Regenerating all files
When you start a new project you might want to write your .noespec file iteratively, generating the whole skeleton over and over again. Noe has a special mode for this:
blambeau@yemana % noe go --force blambeau@yemana % [... modify .noespec ...] blambeau@yemana % noe go --force blambeau@yemana % [... modify .noespec ...]
Regenerating some files only
It often occurs that some files are constants, up to a project configuration (that you may encapsulate in your .noespec file). Examples of such files in the ruby community are the Rakefile, the Gemfile, the .gemspec and so on. If the configuration changes, you can simply remove the old version and ask Noe to resurect the files:
blambeau@yemana % rm Rakefile Gemfile blambeau@yemana % noe go --add-only
Trusting the template creator...
The creator of the template you use (maybe yourself) might have a personal opinion about what files should be kept under Noe's control (thanks to the configuration specified in the .noespec file) and which ones should not be overriden after the creation of the skeleton. Good templates come with full documentation about such assumptions. Noe provides a special mode for maintaining your skeleton safely, while respecting the creator conventions:
blambeau@yemana % noe go --safe-override
... but keep control!
Even if you almost agree with the conventions of the template creator, you might want to maintain a file manually that would normally be kept under Noe's control. That file will be overriden everytime you invoke the previous command, and of course you want to prevent this from occuring. Fortunately, Noe comes with a powerful mechanism to override template conventions. This is done inside your .noespec file, under the template-info/manifest section. In the example below, we explicitely specify that the Gemfile may be overriden when using
--safe-override while the Rakefile will be maintained manually.
Writing a template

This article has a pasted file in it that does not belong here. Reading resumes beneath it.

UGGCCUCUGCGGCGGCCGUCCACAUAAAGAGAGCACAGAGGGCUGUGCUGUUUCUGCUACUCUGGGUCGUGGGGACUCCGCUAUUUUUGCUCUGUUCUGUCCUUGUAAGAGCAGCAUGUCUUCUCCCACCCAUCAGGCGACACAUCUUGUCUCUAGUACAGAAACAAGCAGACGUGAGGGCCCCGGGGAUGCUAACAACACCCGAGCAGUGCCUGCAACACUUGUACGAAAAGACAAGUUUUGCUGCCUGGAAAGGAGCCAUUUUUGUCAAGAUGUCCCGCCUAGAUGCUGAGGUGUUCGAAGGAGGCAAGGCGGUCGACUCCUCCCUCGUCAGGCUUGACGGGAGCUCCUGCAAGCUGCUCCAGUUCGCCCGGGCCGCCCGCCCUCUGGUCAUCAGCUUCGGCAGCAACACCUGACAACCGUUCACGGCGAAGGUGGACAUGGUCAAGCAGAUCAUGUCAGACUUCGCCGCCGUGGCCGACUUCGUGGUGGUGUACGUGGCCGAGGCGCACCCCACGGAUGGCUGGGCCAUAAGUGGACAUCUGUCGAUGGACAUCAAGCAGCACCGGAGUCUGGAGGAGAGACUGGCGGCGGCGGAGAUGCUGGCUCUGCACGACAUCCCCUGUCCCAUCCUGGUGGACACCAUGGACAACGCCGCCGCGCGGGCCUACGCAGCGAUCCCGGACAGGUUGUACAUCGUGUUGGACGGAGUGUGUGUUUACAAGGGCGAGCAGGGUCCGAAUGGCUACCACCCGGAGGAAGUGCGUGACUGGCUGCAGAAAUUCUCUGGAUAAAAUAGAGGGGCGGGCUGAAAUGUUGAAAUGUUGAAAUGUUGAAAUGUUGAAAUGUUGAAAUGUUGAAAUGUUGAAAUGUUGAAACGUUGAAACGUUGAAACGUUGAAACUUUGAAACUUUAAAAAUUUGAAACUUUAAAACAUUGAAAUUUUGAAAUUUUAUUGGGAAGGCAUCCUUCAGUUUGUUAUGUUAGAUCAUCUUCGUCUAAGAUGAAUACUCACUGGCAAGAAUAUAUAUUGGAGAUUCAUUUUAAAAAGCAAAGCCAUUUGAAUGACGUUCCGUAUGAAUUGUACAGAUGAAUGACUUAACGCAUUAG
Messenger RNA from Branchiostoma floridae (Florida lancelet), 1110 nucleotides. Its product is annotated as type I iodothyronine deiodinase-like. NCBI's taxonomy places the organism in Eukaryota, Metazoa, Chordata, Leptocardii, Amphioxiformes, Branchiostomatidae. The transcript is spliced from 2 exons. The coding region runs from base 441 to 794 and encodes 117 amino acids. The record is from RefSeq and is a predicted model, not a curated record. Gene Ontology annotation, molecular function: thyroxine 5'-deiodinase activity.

At the time of writing, I'm still actively writing documentation for Noe, and a template maintainer guide in particular. I've imagined writing a Noe template for writing templates, but while perfectly possible, it quickly appeared that adding an additional level of meta-abstraction would lead to something less understandable than a good old explanation here.
After having installed Noe (see '
noe help install') properly, you end up with a
~/.noerc file with Noe's basic configuration and a
~/.noe folder with default templates bundled with noe (have a look at the default ruby template). A template is basically a subfolder in
~/.noe with the structure shown below.
The specification file, namely
noespec.yaml is used by '
noe prepare' to generate the initial version of the project's .noespec file. It is generally much longer than shown, as the template creator may also provide variables with default values, specify a default wlang dialect, provide a
template-info/manifest to control the
--safe-override option and override the default wlang dialect for specific files, and so on.
src folder contains the meta-structure of the project skeleton.
__varname__ may be used in file and directory names. They will be renamed thanks to the values provided in the .noespec file when the skeleton is generated by '
Last but not least
I would not want closing this post without mentioning one of the greatest reason why I think that Noe could become a great and really friendly tool: files and instantiated by wlang! WLang is designed to help generating code, i.e. to help you maintaining clean templates even for complex tasks through the support of dialects. So, let me close this post with another not so simple example: